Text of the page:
Poem Portal #14: Coffee

vatThis poem is from my time of disillusionment with employment in fast food restaurants.  Believe it or not, I was actually thrilled to be working at Arby’s when I was seventeen.  It was my first job, and I’d been desperate enough to get one that very little fazed me.  I cleaned vats (hot, greasy, disgusting labour which put me off eating deep-fried foods permanently), handled raw roasts (already a vegetarian since age six, so no life change there), cleaned bathtub-sized sinks’ worth of cooking dishes, cleaned up after customers who didn’t take the “thank you” signs on garbage bins as hinting towards anything in particular, and slapped beefy sandwiches together as fast as I could – all for $6/hr (“training wage”).  I was up to $8/hr a few months in, and still liked my job well enough.  When I found out I was a writer, I decided that working at Arby’s was all a big inspiration-for-my-work deal that the universe cooked up especially for me (after all, I did meet interesting people).  I loved feeling like an undercover observer…on good writing days, at least.  It wasn’t until I switched to Tim HortonsTim Horton’s for the chance to escape vats and make $9/hr that I began to feel that my down-to-Earth life was too mundane.  Coffee became the new enemy.  I was soon so sick of brewing, pouring, stirring and fussing over picky customers that I made all the hot drinks on my fantasy planet (Drescopata) exist only as weeds.  Apparently, even pesky coffee weeds interfering with an entire planet of crops wasn’t satisfying enough.  In hindsight, I feel that hot oil vats are far more deserving of a resentful poem, but I guess my writing just wasn’t in a resentful place until I was a coffee worker.

 

There is a blue sweetener, then there’s a yellow,

Switch them, mistake them, I doom coffee drinkers.coffee cup

There’s stir with a straw,

Then there’s with a spoon,

There’s cup and there’s mug,

There’s milk and there’s cream.

It’s gravely important

Or so I must believe,

Else where is the meaning;

Achievement I crave?

If coffee should fail then so should existence.

I’ll think it that way or not care at all.

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Poem Portal #13: Change

Happy New Year!bedtime

My New Year’s Resolutions:no latte

1. Get to bed with at least 10 minutes left for reading time each night (books are good incentives to go to bed on time at all!) & punish self with lack of significant caffeine the following morning if bedtime ignored the night before.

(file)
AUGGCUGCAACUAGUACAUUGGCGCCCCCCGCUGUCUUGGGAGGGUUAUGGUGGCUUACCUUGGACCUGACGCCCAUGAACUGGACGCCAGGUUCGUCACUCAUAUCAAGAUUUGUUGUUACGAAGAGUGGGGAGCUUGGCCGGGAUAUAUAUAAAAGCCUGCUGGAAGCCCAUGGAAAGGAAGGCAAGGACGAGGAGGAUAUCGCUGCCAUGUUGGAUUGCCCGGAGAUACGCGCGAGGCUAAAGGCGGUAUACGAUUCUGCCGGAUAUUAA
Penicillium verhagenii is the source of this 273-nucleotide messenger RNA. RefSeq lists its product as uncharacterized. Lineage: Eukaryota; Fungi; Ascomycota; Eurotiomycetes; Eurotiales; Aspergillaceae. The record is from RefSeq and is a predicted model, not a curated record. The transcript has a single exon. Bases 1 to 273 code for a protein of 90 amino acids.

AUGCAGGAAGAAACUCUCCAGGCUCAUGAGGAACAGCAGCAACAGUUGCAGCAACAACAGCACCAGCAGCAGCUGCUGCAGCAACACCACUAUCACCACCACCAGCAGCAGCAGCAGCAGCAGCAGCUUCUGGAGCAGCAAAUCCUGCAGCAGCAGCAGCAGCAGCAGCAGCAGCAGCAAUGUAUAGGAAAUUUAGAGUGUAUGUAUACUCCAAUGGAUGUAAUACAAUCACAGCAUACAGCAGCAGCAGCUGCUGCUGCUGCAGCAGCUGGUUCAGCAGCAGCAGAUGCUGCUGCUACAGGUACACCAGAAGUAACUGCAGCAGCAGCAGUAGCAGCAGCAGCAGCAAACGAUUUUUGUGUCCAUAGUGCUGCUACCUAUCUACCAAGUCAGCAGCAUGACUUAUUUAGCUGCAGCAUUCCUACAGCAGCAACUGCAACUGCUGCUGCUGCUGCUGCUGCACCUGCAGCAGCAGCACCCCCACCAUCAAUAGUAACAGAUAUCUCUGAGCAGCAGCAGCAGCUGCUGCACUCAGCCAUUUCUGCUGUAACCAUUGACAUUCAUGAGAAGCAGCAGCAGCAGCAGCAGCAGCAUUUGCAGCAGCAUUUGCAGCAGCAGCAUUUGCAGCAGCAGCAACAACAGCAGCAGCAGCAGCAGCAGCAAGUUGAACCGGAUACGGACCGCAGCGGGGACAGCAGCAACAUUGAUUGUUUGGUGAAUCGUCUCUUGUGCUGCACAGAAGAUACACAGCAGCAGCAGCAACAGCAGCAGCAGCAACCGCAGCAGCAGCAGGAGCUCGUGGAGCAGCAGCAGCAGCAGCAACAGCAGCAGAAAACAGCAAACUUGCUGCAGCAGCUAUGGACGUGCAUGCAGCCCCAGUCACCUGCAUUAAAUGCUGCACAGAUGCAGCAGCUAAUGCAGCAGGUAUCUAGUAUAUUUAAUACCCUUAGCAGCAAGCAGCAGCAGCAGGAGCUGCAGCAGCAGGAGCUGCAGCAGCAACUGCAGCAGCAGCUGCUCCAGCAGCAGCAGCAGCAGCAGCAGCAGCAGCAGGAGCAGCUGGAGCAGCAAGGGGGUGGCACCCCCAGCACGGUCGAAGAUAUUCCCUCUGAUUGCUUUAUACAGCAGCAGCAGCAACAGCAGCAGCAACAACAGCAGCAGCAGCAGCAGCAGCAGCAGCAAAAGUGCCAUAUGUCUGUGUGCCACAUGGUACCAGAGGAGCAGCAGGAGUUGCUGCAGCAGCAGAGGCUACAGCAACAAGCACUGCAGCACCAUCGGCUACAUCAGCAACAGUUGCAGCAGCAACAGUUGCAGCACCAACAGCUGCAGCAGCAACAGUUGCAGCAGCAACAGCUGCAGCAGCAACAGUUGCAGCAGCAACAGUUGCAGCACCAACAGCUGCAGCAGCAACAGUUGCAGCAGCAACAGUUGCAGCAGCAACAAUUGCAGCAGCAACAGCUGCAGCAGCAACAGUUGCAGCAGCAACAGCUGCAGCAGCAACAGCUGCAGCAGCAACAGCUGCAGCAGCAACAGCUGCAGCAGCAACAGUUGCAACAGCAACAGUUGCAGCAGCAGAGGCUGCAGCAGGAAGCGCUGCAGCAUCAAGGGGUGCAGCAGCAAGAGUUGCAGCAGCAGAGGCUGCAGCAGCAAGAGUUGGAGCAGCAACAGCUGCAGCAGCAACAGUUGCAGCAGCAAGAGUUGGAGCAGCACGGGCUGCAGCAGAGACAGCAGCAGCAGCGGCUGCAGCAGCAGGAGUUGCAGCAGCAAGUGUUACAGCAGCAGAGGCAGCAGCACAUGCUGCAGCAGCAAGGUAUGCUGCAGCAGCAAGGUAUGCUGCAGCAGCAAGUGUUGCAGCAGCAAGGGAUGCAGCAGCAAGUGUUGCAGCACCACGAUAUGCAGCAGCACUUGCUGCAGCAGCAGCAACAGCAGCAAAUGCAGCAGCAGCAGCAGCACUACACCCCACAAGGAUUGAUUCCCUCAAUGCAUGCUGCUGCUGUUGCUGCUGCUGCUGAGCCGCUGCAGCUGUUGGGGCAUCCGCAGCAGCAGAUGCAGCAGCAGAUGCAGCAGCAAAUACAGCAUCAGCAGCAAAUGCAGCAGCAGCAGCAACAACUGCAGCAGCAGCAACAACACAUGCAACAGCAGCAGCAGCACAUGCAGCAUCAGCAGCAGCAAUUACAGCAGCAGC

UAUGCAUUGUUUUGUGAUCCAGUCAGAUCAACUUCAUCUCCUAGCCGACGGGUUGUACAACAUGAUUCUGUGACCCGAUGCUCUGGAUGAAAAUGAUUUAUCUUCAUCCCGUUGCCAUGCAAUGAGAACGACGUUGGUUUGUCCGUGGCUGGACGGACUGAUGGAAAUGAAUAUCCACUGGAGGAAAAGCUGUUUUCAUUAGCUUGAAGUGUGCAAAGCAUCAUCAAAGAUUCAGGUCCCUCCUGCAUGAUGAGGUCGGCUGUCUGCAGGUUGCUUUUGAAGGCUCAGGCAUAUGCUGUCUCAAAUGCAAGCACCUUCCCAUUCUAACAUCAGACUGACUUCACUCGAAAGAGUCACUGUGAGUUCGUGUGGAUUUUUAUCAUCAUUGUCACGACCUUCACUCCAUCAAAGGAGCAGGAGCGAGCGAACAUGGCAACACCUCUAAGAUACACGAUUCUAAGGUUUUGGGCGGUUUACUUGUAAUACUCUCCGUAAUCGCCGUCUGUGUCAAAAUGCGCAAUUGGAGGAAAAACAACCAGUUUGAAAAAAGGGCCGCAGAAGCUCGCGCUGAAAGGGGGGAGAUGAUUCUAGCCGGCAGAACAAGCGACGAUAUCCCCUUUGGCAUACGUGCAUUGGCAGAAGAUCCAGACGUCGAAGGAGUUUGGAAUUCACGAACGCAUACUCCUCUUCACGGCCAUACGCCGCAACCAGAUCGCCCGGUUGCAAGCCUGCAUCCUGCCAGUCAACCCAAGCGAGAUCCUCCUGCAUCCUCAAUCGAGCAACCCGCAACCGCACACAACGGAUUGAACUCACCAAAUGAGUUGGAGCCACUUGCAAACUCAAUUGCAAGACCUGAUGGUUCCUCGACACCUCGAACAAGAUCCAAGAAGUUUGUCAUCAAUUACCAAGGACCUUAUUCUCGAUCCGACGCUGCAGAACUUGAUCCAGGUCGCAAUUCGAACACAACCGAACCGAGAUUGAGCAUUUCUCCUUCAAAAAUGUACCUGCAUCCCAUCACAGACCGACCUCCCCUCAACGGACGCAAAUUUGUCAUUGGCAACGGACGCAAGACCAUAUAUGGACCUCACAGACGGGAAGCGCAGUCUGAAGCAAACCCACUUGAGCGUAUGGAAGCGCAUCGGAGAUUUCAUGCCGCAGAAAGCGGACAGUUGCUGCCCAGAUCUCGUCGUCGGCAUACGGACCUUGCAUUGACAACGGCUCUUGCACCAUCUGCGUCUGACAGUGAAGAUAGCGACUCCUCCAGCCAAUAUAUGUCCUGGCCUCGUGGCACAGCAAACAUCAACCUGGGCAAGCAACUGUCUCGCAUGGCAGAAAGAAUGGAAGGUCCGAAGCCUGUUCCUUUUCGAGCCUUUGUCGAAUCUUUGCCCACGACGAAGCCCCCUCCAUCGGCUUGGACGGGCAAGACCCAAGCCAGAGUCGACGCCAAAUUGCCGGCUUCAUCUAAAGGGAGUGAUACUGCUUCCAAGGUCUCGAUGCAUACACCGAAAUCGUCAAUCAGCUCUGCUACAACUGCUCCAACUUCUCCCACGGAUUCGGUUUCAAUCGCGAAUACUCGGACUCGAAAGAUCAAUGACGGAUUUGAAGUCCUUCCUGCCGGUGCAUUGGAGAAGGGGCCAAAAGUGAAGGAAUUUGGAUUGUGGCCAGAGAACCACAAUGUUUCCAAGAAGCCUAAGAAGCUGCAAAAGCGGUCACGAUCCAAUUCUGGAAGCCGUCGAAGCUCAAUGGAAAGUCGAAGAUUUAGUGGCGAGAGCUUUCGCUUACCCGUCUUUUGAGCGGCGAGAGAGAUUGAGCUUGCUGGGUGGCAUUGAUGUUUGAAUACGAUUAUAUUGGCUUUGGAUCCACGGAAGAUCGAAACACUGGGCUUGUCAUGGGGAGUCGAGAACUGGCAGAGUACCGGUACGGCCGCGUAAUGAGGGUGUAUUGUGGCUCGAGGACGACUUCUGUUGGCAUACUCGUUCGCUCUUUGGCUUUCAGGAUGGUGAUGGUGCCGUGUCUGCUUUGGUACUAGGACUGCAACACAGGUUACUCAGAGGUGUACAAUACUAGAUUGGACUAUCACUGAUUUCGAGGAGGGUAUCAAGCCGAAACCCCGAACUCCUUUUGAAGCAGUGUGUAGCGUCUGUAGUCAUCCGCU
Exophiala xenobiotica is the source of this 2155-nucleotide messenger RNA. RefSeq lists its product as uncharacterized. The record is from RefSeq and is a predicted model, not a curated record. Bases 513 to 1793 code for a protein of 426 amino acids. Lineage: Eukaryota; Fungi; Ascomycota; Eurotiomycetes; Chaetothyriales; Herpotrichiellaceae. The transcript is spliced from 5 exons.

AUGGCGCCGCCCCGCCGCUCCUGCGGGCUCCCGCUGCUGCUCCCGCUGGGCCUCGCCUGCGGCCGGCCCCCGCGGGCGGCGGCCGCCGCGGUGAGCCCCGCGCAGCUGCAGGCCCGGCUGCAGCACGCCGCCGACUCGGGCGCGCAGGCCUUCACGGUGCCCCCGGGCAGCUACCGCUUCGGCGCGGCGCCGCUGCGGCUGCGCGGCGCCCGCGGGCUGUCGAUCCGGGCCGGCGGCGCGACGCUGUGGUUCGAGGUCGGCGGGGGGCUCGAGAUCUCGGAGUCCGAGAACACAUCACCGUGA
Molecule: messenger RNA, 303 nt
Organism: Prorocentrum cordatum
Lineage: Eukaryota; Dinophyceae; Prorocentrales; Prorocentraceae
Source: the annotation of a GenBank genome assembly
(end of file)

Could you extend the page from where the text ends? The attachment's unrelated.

P.S. Starbucks maximum of once per week.

ruby2. Finish writing Ruby (11 chapters left) and have first 3 chapters written for a new middle grade novel by the dawn of 2015 (resolution #2 is not to be confused with permission to disregard resolution #1 entirely).

It goes without saying that I also intend to continue this poem portal blog, regardless of the readers it does or does not accumulate.  When I was a kid, I wrote because I had to, and only as an adult have I truly cared that people outside my family read what I write.  This blog is where I can still be a kid: put my poems up just so they’re there.  Anything can happen when I look back…I’ve found good enough ideas in some of my elementary school stories to inspire whole new writing projects (“Boot for a Date” for instance, which is a storybook I’ve recently completed, based on a poorly plotted and badly punctuated masterpiece from childhood).

ElementaryI wrote a song, in 2001, about that very same elementary school where so much of my creativity first expressed itself.  Highglen Elementary — the only Montessori school in Prince George — was heavily damaged in a fire on April 22 2013.  My first thought when I heard was how relieved I was that it didn’t happen while I or my sisters were attending; my second thought how sorry I was for the unknown children who can no longer attend today.  The school has reopened at a less convenient location for those families who purposely settled close to the original – just as my parents did.

Growing up, I was privileged to live in walking distance of both my elementary and high schools.  When I was 13, I often wandered through Highglen’s playground on my walk home from D.P.Todd Secondary.  I wrote this because I was a strangely nostalgic teenager who looked back more often than forward:

Walking on home; home from my high school, by the place where I used to roam,

The grounds of my beloved old school; I went right on in to see what I could see.Highglen

The trees seemed short and oddly small,

Yet I knew I’d been here recently.

When my friends and I played here the trees were tall,

Their leaves made our beds,

Their roots divided rooms in our homes,

Their branches made roofs over our heads.

Now these same trees they roar, rustle and moan,

And they seem to be telling me: “You don’t belong here; you’re a giant in our playground!

You cannot be here!  You’re a ghost in our world!  Give up the dream; it’s time you moved on.

This place is mine, and it never will be yours again.

school